Coughlin needs good luck with the red flag, because he has no luck with either injuries or ricochets. My favorite Monday Night highlight, besides Salas getting temporary credit for a catch by brushing against the football, was Mario Manningham mishandling a deep pass and deciding to bat the ball high into the air in an effort to regain control. Oh, now there’s an idea, Giants receiver. Tip the ball nice and high. That never works out badly.
Bang, Marry, Hire as Cap Consultant
Any football column can rank general managers on their track record, vision, or overall effectiveness. Only Walkthrough dares to rank them on their sex appeal.
Most NFL general managers do not draw attention to their physical appearance: they just try to look clean cut and professional. That’s why Thomas Dimitoff of the Falcons stands out. His hair is moussed into a poofy thicket like the last survivor of a Vidal Sassoon factory explosion, his moustache fussily plucked until it looks like a wispy middle schooler’s attempt at machismo, Dimitroff is a GQ guy in a Who’s Who in Midwestern Pre-owned Acura Salesmen profession. If the general managers all got together to stage a summer stock production of some teen literature sexy vampire story, Dimitroff would have to play all of the roles except for Creepy Old Arch Demon Lich. A.J. Smith would nail that one.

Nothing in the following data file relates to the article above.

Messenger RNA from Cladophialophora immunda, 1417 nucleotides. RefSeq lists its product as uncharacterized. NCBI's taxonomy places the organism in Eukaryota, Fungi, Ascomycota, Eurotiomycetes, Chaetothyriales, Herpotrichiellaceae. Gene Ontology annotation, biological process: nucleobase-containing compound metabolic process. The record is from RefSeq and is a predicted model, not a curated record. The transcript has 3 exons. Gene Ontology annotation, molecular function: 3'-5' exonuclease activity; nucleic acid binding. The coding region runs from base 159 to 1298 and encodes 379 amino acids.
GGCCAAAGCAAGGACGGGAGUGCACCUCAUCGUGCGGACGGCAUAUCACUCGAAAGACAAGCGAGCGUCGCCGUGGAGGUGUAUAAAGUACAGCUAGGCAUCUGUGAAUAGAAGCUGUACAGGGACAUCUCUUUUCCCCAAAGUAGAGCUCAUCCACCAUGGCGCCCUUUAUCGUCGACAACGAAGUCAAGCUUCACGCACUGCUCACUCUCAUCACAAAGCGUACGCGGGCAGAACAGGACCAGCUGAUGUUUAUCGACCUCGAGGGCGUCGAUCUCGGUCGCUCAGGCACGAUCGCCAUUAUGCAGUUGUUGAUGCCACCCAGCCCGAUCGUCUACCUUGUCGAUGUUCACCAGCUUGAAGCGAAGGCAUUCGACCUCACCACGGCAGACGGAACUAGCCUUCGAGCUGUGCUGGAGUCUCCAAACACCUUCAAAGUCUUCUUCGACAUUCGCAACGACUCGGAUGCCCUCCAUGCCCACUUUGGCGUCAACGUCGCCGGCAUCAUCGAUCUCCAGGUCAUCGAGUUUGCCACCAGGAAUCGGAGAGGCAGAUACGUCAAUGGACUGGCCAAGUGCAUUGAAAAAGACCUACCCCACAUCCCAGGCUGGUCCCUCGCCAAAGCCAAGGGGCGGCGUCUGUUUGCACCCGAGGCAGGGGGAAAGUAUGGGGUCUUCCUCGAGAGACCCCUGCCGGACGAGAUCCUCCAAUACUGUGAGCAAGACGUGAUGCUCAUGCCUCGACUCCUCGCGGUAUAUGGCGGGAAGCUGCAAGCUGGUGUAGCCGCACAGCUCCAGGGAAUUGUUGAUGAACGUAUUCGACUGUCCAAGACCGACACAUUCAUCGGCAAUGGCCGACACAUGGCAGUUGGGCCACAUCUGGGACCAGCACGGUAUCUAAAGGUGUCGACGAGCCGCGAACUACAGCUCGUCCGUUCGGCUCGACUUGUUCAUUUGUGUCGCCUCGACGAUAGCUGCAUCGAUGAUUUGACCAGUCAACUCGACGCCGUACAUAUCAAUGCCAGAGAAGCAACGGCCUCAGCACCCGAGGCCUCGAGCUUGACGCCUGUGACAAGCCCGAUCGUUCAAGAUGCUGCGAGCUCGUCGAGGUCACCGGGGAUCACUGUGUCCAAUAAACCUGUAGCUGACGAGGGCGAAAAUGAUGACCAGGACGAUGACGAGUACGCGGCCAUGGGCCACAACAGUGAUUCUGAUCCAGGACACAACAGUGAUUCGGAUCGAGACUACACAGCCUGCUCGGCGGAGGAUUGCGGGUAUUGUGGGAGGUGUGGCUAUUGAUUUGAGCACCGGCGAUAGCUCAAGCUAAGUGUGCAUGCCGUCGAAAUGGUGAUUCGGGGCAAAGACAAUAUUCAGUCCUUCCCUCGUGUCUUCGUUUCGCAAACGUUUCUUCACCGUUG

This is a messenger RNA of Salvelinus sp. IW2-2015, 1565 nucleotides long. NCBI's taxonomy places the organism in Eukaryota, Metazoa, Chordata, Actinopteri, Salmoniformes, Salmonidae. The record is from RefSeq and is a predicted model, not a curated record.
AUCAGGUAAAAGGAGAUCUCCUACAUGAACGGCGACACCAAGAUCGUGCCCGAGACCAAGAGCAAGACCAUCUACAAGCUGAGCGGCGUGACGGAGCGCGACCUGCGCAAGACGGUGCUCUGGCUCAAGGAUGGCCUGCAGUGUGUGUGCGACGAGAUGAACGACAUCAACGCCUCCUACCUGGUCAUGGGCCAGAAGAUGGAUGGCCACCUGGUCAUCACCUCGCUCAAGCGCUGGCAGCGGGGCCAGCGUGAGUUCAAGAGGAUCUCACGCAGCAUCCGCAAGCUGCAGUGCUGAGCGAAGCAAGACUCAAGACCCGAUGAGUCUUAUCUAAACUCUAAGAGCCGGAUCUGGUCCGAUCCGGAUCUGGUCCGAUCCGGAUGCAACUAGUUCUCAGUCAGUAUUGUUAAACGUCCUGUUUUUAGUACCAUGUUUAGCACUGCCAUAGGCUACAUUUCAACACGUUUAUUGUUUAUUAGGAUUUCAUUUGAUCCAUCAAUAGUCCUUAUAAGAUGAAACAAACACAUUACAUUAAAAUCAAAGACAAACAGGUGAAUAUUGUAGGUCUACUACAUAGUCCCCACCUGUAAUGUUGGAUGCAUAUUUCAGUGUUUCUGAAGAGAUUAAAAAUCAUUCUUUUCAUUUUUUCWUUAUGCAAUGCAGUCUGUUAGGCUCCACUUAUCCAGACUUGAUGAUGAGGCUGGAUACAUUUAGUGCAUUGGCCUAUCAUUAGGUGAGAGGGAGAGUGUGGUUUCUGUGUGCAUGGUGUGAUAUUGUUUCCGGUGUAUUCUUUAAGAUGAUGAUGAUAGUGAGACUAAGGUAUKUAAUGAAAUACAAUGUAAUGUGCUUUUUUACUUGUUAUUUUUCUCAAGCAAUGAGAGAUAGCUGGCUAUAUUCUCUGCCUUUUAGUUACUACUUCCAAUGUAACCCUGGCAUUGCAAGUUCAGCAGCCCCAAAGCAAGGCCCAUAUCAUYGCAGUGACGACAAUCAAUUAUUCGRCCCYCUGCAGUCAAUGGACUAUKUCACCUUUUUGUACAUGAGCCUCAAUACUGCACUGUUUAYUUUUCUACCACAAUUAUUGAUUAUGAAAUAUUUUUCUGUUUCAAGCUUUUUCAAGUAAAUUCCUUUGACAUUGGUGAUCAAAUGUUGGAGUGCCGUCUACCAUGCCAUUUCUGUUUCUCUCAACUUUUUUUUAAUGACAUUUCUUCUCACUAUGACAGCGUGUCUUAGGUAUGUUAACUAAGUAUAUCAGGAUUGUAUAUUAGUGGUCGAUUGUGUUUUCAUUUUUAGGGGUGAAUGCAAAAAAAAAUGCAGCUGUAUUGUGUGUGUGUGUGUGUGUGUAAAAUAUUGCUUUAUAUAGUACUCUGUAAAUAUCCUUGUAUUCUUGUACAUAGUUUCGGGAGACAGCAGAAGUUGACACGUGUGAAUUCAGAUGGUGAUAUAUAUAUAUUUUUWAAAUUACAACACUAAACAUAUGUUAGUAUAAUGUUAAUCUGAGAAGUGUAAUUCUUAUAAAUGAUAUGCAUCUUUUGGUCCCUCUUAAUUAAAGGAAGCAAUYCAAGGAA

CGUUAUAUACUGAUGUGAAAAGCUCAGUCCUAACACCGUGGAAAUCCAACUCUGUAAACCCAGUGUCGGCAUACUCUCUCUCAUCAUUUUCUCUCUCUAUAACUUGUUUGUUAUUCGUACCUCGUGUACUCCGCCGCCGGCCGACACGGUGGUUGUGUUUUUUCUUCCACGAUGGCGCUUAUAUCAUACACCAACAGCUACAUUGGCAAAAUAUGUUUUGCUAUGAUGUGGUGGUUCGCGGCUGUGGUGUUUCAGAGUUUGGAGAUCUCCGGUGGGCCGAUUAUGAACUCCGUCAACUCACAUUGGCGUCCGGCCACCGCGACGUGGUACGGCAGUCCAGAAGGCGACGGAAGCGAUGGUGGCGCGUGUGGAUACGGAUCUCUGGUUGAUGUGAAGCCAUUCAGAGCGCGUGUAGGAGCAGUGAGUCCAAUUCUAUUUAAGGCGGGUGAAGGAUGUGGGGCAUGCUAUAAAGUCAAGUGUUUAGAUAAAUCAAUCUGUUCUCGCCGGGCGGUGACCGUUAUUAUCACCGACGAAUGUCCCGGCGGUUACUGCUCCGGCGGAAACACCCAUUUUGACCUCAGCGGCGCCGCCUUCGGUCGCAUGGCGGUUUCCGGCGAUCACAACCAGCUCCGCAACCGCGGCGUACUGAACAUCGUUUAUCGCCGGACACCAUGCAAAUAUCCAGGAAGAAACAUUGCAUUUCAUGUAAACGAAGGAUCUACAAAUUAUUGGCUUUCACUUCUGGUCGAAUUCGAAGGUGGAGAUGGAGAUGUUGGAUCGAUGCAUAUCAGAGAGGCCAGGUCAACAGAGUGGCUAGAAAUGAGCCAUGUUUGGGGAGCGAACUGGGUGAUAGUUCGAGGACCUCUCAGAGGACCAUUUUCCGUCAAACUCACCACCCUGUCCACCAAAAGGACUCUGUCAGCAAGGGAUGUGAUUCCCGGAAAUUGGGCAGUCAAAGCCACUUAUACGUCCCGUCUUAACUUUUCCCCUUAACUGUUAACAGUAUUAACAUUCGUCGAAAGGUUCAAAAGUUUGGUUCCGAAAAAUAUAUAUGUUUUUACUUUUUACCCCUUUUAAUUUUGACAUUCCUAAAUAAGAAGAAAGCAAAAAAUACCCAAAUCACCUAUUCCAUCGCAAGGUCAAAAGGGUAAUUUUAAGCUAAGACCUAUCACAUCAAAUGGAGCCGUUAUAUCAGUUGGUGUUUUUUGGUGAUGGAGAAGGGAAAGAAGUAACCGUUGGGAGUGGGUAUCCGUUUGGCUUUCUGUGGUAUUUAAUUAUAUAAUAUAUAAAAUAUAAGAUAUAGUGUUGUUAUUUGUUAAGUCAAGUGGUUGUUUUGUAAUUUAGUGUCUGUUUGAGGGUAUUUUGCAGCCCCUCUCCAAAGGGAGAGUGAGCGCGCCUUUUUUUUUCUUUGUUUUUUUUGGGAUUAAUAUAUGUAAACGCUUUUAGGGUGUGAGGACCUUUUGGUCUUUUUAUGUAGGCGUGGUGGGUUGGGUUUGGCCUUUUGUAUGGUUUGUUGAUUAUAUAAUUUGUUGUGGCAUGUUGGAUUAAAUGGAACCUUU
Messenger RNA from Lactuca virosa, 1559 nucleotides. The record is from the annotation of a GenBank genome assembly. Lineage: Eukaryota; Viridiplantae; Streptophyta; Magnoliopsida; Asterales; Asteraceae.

Dimitroff requires complex hair because he is a complex guy, as Peter King podcast listeners know. King and Dimitroff often share green tea, organic cookies, and "full-bodied Cabernet," because it is impossible to consume any liquid in King’s general vicinity and escape comment. Dimitroff is the son of a CFL player, scout, and coach, but he still spent time on the Browns grounds crew while trying to blaze his own trail in the NFL. He told King last week about how the other groundskeepers did not believe he was the son of a scout who had a future in a front office, and they would tease him about being stuck painting fields for the rest of his life. "You’ll see," he said, "and when I make it big, I will tease my hair into the most ridiculous tangle of frippery the NFL has ever seen! Why, I will look like some 17th century Rococo dandy, and no one will ever suspect that I used to have to paint the dirt in Cleveland again!" Actually, he might not have said that last part.
Do women find Dimitroff physically attractive? More crucially, do women find NFL general managers physically attractive? To find out, I made my wife look at pictures of every man with the title of "general manager" in the NFL except Jerry Jones and give me an honest appraisal of their all-around hotness. She will never refuse to eat a wide receiver-themed cereal again after this experience. I guarantee it.